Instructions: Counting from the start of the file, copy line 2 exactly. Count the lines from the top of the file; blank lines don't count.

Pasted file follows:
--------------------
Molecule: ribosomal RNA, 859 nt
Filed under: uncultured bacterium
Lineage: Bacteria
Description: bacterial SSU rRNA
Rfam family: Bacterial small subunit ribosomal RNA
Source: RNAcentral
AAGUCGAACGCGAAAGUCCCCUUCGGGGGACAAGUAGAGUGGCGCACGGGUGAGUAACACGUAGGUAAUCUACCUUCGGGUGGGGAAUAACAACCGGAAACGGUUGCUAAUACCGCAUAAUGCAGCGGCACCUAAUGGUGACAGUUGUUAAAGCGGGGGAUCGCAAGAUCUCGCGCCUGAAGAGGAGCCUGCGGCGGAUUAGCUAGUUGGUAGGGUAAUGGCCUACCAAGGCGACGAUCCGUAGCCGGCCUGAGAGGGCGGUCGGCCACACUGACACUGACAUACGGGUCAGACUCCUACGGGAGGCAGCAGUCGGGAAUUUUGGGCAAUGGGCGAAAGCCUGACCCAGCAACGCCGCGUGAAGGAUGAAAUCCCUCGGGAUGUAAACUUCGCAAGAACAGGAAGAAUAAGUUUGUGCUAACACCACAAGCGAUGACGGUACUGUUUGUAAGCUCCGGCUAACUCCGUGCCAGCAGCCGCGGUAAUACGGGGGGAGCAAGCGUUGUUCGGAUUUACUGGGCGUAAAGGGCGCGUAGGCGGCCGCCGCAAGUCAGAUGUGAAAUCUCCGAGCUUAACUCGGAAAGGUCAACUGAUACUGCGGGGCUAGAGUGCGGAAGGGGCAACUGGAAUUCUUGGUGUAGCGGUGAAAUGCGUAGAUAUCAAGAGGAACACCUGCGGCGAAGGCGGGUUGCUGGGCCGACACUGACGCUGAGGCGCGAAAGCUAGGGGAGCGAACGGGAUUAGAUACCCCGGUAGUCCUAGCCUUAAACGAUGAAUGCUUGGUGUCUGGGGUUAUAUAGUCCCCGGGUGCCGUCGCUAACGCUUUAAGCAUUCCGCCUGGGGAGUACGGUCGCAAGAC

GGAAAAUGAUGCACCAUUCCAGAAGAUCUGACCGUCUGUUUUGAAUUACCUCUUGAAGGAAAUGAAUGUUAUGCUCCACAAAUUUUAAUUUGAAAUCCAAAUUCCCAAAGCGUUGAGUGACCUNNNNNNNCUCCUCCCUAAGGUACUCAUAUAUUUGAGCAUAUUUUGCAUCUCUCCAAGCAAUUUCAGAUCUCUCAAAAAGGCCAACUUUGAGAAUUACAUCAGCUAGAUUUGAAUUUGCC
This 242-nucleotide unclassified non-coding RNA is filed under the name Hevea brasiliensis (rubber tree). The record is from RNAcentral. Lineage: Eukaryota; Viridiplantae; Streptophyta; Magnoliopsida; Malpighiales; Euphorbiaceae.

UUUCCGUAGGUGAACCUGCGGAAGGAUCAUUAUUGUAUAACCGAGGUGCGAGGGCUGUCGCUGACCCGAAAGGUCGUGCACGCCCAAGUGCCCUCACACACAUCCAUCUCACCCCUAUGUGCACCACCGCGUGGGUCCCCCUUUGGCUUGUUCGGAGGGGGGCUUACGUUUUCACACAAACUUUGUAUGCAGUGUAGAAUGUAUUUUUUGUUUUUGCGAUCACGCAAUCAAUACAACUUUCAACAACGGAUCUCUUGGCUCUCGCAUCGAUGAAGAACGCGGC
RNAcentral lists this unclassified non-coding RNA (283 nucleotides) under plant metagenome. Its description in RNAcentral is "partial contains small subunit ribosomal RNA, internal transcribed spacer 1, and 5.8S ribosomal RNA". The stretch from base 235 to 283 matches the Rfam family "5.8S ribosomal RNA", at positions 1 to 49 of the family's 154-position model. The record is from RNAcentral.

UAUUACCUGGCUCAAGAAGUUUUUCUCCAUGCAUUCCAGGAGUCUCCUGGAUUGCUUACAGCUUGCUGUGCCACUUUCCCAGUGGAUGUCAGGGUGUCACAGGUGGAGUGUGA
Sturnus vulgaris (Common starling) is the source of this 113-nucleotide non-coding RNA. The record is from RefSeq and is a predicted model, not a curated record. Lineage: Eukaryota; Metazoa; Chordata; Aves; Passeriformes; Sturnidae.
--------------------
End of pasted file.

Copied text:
Filed under: uncultured bacterium